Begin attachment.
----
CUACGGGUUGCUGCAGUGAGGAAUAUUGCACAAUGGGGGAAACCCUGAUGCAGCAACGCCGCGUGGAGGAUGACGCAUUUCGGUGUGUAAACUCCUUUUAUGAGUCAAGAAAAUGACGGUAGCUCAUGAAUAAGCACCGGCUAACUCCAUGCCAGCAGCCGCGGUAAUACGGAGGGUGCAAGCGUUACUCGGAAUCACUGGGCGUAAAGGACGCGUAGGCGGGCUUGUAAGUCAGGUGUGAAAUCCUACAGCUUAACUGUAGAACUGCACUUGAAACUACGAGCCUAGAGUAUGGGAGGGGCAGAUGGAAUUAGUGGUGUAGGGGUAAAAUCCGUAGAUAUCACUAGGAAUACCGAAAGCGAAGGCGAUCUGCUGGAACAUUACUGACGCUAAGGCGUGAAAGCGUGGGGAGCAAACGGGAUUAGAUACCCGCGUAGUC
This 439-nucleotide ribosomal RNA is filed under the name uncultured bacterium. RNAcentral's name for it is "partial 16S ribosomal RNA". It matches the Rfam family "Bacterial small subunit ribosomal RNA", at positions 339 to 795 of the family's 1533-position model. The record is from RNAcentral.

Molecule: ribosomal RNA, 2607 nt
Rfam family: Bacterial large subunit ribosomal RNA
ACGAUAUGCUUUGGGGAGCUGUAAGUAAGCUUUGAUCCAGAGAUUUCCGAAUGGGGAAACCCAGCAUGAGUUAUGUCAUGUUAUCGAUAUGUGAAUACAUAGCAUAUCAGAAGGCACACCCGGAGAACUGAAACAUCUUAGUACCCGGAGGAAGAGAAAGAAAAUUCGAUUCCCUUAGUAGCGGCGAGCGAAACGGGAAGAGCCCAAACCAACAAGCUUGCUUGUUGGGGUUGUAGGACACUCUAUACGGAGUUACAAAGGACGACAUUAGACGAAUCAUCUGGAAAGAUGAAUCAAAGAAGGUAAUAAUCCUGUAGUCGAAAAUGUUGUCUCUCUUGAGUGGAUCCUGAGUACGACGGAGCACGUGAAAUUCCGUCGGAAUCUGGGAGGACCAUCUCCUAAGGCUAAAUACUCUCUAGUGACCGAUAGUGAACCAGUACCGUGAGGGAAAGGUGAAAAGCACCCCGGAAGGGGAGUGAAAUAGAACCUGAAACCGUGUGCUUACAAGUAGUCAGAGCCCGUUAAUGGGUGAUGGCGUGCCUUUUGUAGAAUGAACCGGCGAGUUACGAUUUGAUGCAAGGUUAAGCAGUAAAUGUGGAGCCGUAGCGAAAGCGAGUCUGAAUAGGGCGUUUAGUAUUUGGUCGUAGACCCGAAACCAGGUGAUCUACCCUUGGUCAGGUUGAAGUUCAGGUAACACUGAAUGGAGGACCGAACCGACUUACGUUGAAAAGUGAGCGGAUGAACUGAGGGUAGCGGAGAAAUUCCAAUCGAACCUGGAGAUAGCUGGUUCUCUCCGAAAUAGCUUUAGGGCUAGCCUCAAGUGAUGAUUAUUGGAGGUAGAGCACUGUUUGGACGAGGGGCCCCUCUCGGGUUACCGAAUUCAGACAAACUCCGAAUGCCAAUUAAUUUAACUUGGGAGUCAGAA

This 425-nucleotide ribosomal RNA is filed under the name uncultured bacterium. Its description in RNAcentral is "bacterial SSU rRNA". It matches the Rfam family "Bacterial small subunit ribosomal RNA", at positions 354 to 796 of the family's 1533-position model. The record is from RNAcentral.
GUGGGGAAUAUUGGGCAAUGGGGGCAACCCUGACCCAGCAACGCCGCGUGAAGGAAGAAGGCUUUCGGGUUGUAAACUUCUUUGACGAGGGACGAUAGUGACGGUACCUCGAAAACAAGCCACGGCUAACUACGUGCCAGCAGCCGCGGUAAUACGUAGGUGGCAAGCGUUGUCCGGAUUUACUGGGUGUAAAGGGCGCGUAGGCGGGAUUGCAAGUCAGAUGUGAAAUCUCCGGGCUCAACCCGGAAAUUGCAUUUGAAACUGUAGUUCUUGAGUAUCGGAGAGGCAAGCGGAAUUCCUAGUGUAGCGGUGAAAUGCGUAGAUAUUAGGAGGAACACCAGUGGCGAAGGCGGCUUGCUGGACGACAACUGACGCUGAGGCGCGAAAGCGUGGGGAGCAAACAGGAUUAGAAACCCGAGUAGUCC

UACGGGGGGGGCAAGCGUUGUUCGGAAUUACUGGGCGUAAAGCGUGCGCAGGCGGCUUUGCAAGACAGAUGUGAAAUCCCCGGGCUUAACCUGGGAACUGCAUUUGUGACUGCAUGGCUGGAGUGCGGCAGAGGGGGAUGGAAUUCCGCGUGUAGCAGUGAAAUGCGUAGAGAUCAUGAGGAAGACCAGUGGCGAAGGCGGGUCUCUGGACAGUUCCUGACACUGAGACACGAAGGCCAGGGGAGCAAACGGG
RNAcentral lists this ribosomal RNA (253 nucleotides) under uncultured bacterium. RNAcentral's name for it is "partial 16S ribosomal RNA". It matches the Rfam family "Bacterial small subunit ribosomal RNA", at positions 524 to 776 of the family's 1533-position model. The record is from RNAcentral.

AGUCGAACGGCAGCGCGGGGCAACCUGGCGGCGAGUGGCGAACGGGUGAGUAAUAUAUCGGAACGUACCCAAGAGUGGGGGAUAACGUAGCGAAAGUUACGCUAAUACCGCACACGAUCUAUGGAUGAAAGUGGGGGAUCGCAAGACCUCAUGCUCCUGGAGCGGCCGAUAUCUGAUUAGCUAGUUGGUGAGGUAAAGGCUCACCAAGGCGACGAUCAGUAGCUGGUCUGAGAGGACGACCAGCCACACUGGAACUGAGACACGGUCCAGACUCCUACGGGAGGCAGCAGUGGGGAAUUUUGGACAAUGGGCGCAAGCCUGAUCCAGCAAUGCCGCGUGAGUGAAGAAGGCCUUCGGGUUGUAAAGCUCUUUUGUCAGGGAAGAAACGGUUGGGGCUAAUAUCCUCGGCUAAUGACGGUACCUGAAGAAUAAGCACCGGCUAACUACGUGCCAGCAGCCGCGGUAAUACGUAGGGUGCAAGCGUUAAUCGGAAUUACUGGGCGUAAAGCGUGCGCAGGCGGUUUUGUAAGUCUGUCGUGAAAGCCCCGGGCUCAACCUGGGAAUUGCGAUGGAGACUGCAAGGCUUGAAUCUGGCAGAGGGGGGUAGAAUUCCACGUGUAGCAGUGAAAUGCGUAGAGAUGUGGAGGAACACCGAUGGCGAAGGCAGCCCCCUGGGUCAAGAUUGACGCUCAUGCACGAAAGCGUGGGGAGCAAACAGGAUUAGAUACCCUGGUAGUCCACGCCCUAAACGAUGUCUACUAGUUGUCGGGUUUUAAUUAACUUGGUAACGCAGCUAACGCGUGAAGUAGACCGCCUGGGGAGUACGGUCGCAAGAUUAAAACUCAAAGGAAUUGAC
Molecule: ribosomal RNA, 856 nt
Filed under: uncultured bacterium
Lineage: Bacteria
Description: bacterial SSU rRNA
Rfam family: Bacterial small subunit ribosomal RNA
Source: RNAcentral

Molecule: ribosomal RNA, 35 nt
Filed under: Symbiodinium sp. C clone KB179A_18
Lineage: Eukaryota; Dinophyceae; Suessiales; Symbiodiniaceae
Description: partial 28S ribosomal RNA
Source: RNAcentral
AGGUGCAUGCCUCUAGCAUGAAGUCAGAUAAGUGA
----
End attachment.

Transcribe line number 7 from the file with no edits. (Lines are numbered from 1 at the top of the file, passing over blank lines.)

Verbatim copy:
GUGGGGAAUAUUGGGCAAUGGGGGCAACCCUGACCCAGCAACGCCGCGUGAAGGAAGAAGGCUUUCGGGUUGUAAACUUCUUUGACGAGGGACGAUAGUGACGGUACCUCGAAAACAAGCCACGGCUAACUACGUGCCAGCAGCCGCGGUAAUACGUAGGUGGCAAGCGUUGUCCGGAUUUACUGGGUGUAAAGGGCGCGUAGGCGGGAUUGCAAGUCAGAUGUGAAAUCUCCGGGCUCAACCCGGAAAUUGCAUUUGAAACUGUAGUUCUUGAGUAUCGGAGAGGCAAGCGGAAUUCCUAGUGUAGCGGUGAAAUGCGUAGAUAUUAGGAGGAACACCAGUGGCGAAGGCGGCUUGCUGGACGACAACUGACGCUGAGGCGCGAAAGCGUGGGGAGCAAACAGGAUUAGAAACCCGAGUAGUCC